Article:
“Sarcastic as ever. No, let it die down naturally. I’ll make a call, get a technician out of his bed just for you to preserve the scene.”
“Now who’s being sarcastic? Right, I’ll leave you to get on with things there and see you, when?”
“I’m going to be at least another thirty minutes here. It ain’t pretty. They’re just clearing up the road and opening it now. Three vehicles, one concertinaed with two pensioners dead inside.”
“That’s tough. Sorry for being such a grouch, mate. You get on. Place the call for me.”
“Organising that now. See you soon—if you’re still there and not back in bed by the time I get there.”
“I’ll be here for the duration.” Hero ended the call, his thoughts drifting for a moment to his father whom he’d lost two years previously. Tears misted his eyes. He turned his back to face the brick wall behind him and wiped the sleeve of his jacket across his eyes.
“Are you all right, sir?”
Damn! Why does Shaw always have to show up when I’m in a contemplative mood?
“I’m fine. I think the smoke got in my eyes a little. Gerrard is sending a technician over. I’m presuming he’ll erect a marquee when he gets here. Until then, we need to pray the rain holds off.”
“Rightio. Is there anything else you want me to do?”
“Help get the statements, so these busy men can get back on duty. Have you thought about that?”
“I was about to suggest the same. There’s no need for you to keep sniping at me. I wasn’t the one who rang you, getting you out of your warm, cosy bed.”
“Sorry. I didn’t mean to have a pop. We’ll take down the statements between us. If nothing else, it’ll help pass the time until Gerrard and his crew get here.”
“Sounds like a plan. I’ll fetch a few forms from the car. I made some enquiries, and there are only two more statements to obtain, one each.”
Julie disappeared into the house and returned carrying the forms. She handed one to him, and they approached the group of firemen.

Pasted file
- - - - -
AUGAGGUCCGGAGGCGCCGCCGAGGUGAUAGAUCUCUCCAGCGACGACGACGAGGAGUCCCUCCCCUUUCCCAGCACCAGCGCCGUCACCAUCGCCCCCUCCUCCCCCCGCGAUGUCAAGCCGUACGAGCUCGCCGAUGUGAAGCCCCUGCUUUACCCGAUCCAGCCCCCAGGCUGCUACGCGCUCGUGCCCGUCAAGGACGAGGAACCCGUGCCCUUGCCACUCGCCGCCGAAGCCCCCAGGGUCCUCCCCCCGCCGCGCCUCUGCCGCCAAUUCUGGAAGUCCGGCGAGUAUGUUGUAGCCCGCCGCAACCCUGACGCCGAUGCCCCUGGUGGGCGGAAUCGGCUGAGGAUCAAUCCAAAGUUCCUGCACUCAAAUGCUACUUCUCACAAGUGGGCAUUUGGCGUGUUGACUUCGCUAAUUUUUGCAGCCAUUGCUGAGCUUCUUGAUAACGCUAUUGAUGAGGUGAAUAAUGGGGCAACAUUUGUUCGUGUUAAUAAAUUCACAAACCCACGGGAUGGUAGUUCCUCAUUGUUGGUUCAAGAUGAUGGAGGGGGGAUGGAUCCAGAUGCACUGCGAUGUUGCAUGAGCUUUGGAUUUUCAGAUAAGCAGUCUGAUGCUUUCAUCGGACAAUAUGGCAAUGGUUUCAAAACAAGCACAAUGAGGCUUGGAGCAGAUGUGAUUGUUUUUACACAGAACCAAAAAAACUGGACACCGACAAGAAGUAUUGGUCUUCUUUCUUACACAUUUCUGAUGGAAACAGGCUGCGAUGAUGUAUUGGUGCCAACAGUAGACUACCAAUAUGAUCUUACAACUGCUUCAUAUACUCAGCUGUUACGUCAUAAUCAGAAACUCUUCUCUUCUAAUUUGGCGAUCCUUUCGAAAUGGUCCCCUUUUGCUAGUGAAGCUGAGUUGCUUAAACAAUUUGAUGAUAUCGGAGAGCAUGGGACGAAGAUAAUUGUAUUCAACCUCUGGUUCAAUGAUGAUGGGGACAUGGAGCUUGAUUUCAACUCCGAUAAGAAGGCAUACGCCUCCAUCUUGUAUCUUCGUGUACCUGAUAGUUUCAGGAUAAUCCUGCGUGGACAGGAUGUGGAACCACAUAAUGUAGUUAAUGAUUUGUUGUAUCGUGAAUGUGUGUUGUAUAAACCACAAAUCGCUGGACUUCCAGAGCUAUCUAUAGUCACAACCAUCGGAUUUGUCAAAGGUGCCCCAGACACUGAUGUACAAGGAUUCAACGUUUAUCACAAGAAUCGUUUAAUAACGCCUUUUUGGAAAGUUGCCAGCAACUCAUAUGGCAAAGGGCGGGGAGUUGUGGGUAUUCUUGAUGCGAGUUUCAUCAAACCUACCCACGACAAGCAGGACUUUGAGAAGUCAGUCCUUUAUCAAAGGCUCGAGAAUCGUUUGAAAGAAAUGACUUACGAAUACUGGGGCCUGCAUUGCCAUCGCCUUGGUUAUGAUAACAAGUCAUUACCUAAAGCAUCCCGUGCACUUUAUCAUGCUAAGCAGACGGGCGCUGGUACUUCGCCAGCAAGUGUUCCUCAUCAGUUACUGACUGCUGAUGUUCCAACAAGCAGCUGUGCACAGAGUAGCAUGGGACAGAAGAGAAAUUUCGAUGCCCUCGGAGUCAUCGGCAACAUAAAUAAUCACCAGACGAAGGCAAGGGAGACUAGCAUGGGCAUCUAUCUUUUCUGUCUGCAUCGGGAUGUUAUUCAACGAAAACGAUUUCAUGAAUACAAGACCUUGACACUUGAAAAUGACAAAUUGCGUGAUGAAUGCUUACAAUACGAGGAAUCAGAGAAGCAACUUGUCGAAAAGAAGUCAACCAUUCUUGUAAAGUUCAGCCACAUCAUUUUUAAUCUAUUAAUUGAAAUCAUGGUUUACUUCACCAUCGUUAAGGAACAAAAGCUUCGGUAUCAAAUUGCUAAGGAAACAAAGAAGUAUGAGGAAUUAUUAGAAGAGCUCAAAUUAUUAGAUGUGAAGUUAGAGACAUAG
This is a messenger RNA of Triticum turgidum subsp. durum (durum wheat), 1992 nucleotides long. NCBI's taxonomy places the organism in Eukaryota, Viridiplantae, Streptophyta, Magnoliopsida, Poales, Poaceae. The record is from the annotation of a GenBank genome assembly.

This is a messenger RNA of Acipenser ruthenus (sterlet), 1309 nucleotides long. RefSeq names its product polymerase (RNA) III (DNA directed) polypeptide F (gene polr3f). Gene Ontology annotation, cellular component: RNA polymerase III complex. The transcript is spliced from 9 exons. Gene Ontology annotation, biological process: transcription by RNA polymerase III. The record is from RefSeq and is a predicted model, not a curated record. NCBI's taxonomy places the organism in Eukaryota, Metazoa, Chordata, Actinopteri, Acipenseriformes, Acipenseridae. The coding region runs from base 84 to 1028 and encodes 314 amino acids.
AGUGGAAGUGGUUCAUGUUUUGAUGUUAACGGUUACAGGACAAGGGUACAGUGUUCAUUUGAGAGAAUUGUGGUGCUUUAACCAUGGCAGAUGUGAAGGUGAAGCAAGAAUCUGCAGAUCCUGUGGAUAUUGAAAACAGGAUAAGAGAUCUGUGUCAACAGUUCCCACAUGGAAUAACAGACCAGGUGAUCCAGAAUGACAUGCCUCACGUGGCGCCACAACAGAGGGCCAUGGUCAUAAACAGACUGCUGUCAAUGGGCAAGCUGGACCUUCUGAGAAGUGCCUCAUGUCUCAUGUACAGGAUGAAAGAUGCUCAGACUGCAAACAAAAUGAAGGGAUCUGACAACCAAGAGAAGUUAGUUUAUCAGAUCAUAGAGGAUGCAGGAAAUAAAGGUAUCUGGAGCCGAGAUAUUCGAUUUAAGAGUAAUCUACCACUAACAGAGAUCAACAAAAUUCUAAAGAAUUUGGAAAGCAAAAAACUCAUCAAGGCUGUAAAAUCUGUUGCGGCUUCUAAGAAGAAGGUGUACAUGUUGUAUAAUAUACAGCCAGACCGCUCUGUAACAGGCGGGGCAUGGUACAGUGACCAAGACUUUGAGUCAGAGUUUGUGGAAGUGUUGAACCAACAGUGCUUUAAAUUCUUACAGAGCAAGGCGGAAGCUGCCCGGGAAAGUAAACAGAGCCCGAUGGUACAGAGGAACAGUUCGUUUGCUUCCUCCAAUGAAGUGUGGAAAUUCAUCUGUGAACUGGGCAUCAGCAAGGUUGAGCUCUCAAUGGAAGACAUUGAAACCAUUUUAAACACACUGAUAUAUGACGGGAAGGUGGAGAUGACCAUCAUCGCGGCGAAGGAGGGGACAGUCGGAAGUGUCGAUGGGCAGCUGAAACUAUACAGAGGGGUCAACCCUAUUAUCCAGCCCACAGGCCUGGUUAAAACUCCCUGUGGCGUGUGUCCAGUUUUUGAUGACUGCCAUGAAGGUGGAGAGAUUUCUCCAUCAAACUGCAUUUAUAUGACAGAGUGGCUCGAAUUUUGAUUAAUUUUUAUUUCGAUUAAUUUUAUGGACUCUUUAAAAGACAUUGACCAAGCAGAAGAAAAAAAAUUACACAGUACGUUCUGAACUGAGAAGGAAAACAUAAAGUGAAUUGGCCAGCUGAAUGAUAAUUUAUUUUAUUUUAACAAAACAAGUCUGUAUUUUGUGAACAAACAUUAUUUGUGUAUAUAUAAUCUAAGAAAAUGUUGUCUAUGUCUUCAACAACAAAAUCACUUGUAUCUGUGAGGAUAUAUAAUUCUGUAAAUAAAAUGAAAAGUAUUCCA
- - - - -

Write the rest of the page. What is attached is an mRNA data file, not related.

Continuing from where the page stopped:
“Are we going to be held up for long, boss?” the eldest of the three said.
“We’re trying to alleviate that for you. Who hasn’t made a statement yet?”
“Steve and Colin.”
“Steve, why don’t you go with my partner, Julie, here? And Colin, you can come with me. We’ll go inside where it’s warmer, gents.”
The two men nodded and walked into the house with Hero and Julie. She stood in one corner of the vast kitchen, taking down Steve’s statement while Hero spoke to Colin.
“Can you go through what happened when you arrived at the scene?”
“Sure. Want me to say it slowly?” Colin asked, a twinkle in his eye.
“If you wouldn’t mind? My shorthand isn’t up to scratch these days.”
Colin sniggered. “I know what you mean. Right, we received the call to attend the blaze. We got here around twenty minutes later. The fire was still going strong. A couple of us started dousing it when Todd shouted that he’d spotted something. We stopped to take a closer look and saw what appeared to be a human femur. A few of us were sick near the scene, sorry about that. It was all too much for the guys. Not the type of thing you expect to find when putting out a bloody barbie, is it? Jesus, who’d sink to that level, eh?”